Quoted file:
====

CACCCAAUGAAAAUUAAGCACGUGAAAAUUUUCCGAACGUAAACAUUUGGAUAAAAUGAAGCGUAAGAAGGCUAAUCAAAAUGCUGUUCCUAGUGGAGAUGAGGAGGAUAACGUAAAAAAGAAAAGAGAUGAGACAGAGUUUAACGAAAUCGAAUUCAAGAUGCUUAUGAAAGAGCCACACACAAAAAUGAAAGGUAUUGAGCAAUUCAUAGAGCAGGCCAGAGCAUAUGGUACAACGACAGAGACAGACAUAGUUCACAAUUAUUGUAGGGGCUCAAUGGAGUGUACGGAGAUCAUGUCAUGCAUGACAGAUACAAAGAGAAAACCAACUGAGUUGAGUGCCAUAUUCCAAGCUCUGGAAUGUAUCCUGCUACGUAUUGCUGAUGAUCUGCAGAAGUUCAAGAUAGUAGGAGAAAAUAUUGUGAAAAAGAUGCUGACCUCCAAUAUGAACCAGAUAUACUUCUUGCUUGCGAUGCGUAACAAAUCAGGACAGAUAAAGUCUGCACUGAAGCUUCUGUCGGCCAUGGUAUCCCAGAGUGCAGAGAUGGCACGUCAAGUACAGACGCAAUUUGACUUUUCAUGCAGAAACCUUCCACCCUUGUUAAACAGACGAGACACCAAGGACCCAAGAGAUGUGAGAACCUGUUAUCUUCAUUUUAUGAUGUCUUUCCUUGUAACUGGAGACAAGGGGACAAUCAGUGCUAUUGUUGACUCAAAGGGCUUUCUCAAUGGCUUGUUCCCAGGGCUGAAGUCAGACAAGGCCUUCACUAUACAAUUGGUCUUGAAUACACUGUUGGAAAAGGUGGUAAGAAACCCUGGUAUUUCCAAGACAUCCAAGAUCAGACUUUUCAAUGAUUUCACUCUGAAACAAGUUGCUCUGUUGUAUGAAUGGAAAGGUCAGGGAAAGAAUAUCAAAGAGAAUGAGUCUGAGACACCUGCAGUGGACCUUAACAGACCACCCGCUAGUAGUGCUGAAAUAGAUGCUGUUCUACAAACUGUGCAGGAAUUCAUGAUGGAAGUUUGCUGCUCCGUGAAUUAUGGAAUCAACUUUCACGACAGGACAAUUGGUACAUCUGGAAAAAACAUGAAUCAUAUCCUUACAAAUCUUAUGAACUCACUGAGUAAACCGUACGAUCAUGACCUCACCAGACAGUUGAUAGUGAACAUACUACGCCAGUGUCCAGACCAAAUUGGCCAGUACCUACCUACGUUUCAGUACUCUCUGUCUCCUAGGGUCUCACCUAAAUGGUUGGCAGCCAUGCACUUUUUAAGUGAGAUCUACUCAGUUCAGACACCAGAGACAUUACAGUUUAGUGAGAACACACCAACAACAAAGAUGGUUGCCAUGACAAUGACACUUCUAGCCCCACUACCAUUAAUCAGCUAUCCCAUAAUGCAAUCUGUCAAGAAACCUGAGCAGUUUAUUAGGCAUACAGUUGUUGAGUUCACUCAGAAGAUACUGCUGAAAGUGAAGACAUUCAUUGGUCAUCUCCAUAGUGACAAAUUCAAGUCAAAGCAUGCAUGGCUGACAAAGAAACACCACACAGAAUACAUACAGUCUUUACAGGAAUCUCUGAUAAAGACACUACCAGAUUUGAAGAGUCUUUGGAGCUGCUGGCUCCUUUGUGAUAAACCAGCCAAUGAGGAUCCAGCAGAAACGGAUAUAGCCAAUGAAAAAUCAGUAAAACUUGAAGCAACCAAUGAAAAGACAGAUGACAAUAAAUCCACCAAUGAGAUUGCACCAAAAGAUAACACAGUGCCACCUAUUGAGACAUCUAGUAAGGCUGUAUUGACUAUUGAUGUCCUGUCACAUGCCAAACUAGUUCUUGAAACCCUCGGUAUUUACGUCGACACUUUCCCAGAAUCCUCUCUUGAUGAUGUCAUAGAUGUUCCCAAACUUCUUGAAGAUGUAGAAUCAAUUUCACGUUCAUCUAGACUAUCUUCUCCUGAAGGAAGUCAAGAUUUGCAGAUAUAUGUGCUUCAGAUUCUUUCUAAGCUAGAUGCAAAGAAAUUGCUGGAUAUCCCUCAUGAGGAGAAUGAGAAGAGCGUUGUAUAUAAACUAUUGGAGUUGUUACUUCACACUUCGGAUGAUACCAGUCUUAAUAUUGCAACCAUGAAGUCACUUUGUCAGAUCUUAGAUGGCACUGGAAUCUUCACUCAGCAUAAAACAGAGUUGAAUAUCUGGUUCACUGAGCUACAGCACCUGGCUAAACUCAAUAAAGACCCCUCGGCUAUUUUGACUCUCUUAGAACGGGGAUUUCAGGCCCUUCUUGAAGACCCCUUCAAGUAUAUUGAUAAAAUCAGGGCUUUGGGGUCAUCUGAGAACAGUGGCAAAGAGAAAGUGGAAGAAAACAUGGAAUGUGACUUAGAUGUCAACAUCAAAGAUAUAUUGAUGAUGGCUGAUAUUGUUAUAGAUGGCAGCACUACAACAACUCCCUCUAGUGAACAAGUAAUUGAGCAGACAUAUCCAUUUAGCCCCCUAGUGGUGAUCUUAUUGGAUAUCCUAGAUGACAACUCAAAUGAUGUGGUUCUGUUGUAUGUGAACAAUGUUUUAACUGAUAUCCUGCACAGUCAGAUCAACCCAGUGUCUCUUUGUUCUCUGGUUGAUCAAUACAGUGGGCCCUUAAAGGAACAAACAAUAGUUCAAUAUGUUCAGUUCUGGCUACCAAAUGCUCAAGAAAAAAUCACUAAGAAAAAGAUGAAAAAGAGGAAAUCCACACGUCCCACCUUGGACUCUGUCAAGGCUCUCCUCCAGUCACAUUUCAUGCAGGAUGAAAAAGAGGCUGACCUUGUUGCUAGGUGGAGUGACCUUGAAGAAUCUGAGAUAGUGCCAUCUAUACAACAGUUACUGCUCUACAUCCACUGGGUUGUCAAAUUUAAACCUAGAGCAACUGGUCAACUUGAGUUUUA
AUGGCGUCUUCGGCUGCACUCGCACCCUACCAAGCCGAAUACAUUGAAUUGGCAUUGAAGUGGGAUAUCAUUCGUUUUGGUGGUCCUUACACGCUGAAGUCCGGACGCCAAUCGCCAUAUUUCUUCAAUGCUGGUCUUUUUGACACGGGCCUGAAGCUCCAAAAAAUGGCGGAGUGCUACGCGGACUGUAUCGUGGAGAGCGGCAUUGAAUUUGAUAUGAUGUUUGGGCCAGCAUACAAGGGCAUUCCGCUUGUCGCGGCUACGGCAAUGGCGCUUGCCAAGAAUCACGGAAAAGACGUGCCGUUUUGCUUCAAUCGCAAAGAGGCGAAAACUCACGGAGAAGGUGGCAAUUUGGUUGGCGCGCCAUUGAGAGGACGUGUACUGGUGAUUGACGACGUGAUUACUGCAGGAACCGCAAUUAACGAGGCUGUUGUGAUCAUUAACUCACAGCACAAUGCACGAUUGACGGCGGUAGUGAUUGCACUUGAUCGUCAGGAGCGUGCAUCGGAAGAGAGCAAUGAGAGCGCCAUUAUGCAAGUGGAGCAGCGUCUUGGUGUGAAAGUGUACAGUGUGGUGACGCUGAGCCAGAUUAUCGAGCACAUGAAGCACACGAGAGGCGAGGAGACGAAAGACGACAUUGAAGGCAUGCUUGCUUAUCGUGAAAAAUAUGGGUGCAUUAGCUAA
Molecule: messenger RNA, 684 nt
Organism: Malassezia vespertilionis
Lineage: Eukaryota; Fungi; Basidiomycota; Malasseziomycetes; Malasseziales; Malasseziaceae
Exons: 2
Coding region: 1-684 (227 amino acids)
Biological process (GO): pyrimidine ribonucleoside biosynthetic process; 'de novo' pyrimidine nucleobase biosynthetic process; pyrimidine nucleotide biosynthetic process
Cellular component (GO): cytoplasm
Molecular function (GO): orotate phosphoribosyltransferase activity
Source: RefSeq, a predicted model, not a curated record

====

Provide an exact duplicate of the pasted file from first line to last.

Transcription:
CACCCAAUGAAAAUUAAGCACGUGAAAAUUUUCCGAACGUAAACAUUUGGAUAAAAUGAAGCGUAAGAAGGCUAAUCAAAAUGCUGUUCCUAGUGGAGAUGAGGAGGAUAACGUAAAAAAGAAAAGAGAUGAGACAGAGUUUAACGAAAUCGAAUUCAAGAUGCUUAUGAAAGAGCCACACACAAAAAUGAAAGGUAUUGAGCAAUUCAUAGAGCAGGCCAGAGCAUAUGGUACAACGACAGAGACAGACAUAGUUCACAAUUAUUGUAGGGGCUCAAUGGAGUGUACGGAGAUCAUGUCAUGCAUGACAGAUACAAAGAGAAAACCAACUGAGUUGAGUGCCAUAUUCCAAGCUCUGGAAUGUAUCCUGCUACGUAUUGCUGAUGAUCUGCAGAAGUUCAAGAUAGUAGGAGAAAAUAUUGUGAAAAAGAUGCUGACCUCCAAUAUGAACCAGAUAUACUUCUUGCUUGCGAUGCGUAACAAAUCAGGACAGAUAAAGUCUGCACUGAAGCUUCUGUCGGCCAUGGUAUCCCAGAGUGCAGAGAUGGCACGUCAAGUACAGACGCAAUUUGACUUUUCAUGCAGAAACCUUCCACCCUUGUUAAACAGACGAGACACCAAGGACCCAAGAGAUGUGAGAACCUGUUAUCUUCAUUUUAUGAUGUCUUUCCUUGUAACUGGAGACAAGGGGACAAUCAGUGCUAUUGUUGACUCAAAGGGCUUUCUCAAUGGCUUGUUCCCAGGGCUGAAGUCAGACAAGGCCUUCACUAUACAAUUGGUCUUGAAUACACUGUUGGAAAAGGUGGUAAGAAACCCUGGUAUUUCCAAGACAUCCAAGAUCAGACUUUUCAAUGAUUUCACUCUGAAACAAGUUGCUCUGUUGUAUGAAUGGAAAGGUCAGGGAAAGAAUAUCAAAGAGAAUGAGUCUGAGACACCUGCAGUGGACCUUAACAGACCACCCGCUAGUAGUGCUGAAAUAGAUGCUGUUCUACAAACUGUGCAGGAAUUCAUGAUGGAAGUUUGCUGCUCCGUGAAUUAUGGAAUCAACUUUCACGACAGGACAAUUGGUACAUCUGGAAAAAACAUGAAUCAUAUCCUUACAAAUCUUAUGAACUCACUGAGUAAACCGUACGAUCAUGACCUCACCAGACAGUUGAUAGUGAACAUACUACGCCAGUGUCCAGACCAAAUUGGCCAGUACCUACCUACGUUUCAGUACUCUCUGUCUCCUAGGGUCUCACCUAAAUGGUUGGCAGCCAUGCACUUUUUAAGUGAGAUCUACUCAGUUCAGACACCAGAGACAUUACAGUUUAGUGAGAACACACCAACAACAAAGAUGGUUGCCAUGACAAUGACACUUCUAGCCCCACUACCAUUAAUCAGCUAUCCCAUAAUGCAAUCUGUCAAGAAACCUGAGCAGUUUAUUAGGCAUACAGUUGUUGAGUUCACUCAGAAGAUACUGCUGAAAGUGAAGACAUUCAUUGGUCAUCUCCAUAGUGACAAAUUCAAGUCAAAGCAUGCAUGGCUGACAAAGAAACACCACACAGAAUACAUACAGUCUUUACAGGAAUCUCUGAUAAAGACACUACCAGAUUUGAAGAGUCUUUGGAGCUGCUGGCUCCUUUGUGAUAAACCAGCCAAUGAGGAUCCAGCAGAAACGGAUAUAGCCAAUGAAAAAUCAGUAAAACUUGAAGCAACCAAUGAAAAGACAGAUGACAAUAAAUCCACCAAUGAGAUUGCACCAAAAGAUAACACAGUGCCACCUAUUGAGACAUCUAGUAAGGCUGUAUUGACUAUUGAUGUCCUGUCACAUGCCAAACUAGUUCUUGAAACCCUCGGUAUUUACGUCGACACUUUCCCAGAAUCCUCUCUUGAUGAUGUCAUAGAUGUUCCCAAACUUCUUGAAGAUGUAGAAUCAAUUUCACGUUCAUCUAGACUAUCUUCUCCUGAAGGAAGUCAAGAUUUGCAGAUAUAUGUGCUUCAGAUUCUUUCUAAGCUAGAUGCAAAGAAAUUGCUGGAUAUCCCUCAUGAGGAGAAUGAGAAGAGCGUUGUAUAUAAACUAUUGGAGUUGUUACUUCACACUUCGGAUGAUACCAGUCUUAAUAUUGCAACCAUGAAGUCACUUUGUCAGAUCUUAGAUGGCACUGGAAUCUUCACUCAGCAUAAAACAGAGUUGAAUAUCUGGUUCACUGAGCUACAGCACCUGGCUAAACUCAAUAAAGACCCCUCGGCUAUUUUGACUCUCUUAGAACGGGGAUUUCAGGCCCUUCUUGAAGACCCCUUCAAGUAUAUUGAUAAAAUCAGGGCUUUGGGGUCAUCUGAGAACAGUGGCAAAGAGAAAGUGGAAGAAAACAUGGAAUGUGACUUAGAUGUCAACAUCAAAGAUAUAUUGAUGAUGGCUGAUAUUGUUAUAGAUGGCAGCACUACAACAACUCCCUCUAGUGAACAAGUAAUUGAGCAGACAUAUCCAUUUAGCCCCCUAGUGGUGAUCUUAUUGGAUAUCCUAGAUGACAACUCAAAUGAUGUGGUUCUGUUGUAUGUGAACAAUGUUUUAACUGAUAUCCUGCACAGUCAGAUCAACCCAGUGUCUCUUUGUUCUCUGGUUGAUCAAUACAGUGGGCCCUUAAAGGAACAAACAAUAGUUCAAUAUGUUCAGUUCUGGCUACCAAAUGCUCAAGAAAAAAUCACUAAGAAAAAGAUGAAAAAGAGGAAAUCCACACGUCCCACCUUGGACUCUGUCAAGGCUCUCCUCCAGUCACAUUUCAUGCAGGAUGAAAAAGAGGCUGACCUUGUUGCUAGGUGGAGUGACCUUGAAGAAUCUGAGAUAGUGCCAUCUAUACAACAGUUACUGCUCUACAUCCACUGGGUUGUCAAAUUUAAACCUAGAGCAACUGGUCAACUUGAGUUUUA
AUGGCGUCUUCGGCUGCACUCGCACCCUACCAAGCCGAAUACAUUGAAUUGGCAUUGAAGUGGGAUAUCAUUCGUUUUGGUGGUCCUUACACGCUGAAGUCCGGACGCCAAUCGCCAUAUUUCUUCAAUGCUGGUCUUUUUGACACGGGCCUGAAGCUCCAAAAAAUGGCGGAGUGCUACGCGGACUGUAUCGUGGAGAGCGGCAUUGAAUUUGAUAUGAUGUUUGGGCCAGCAUACAAGGGCAUUCCGCUUGUCGCGGCUACGGCAAUGGCGCUUGCCAAGAAUCACGGAAAAGACGUGCCGUUUUGCUUCAAUCGCAAAGAGGCGAAAACUCACGGAGAAGGUGGCAAUUUGGUUGGCGCGCCAUUGAGAGGACGUGUACUGGUGAUUGACGACGUGAUUACUGCAGGAACCGCAAUUAACGAGGCUGUUGUGAUCAUUAACUCACAGCACAAUGCACGAUUGACGGCGGUAGUGAUUGCACUUGAUCGUCAGGAGCGUGCAUCGGAAGAGAGCAAUGAGAGCGCCAUUAUGCAAGUGGAGCAGCGUCUUGGUGUGAAAGUGUACAGUGUGGUGACGCUGAGCCAGAUUAUCGAGCACAUGAAGCACACGAGAGGCGAGGAGACGAAAGACGACAUUGAAGGCAUGCUUGCUUAUCGUGAAAAAUAUGGGUGCAUUAGCUAA
Molecule: messenger RNA, 684 nt
Organism: Malassezia vespertilionis
Lineage: Eukaryota; Fungi; Basidiomycota; Malasseziomycetes; Malasseziales; Malasseziaceae
Exons: 2
Coding region: 1-684 (227 amino acids)
Biological process (GO): pyrimidine ribonucleoside biosynthetic process; 'de novo' pyrimidine nucleobase biosynthetic process; pyrimidine nucleotide biosynthetic process
Cellular component (GO): cytoplasm
Molecular function (GO): orotate phosphoribosyltransferase activity
Source: RefSeq, a predicted model, not a curated record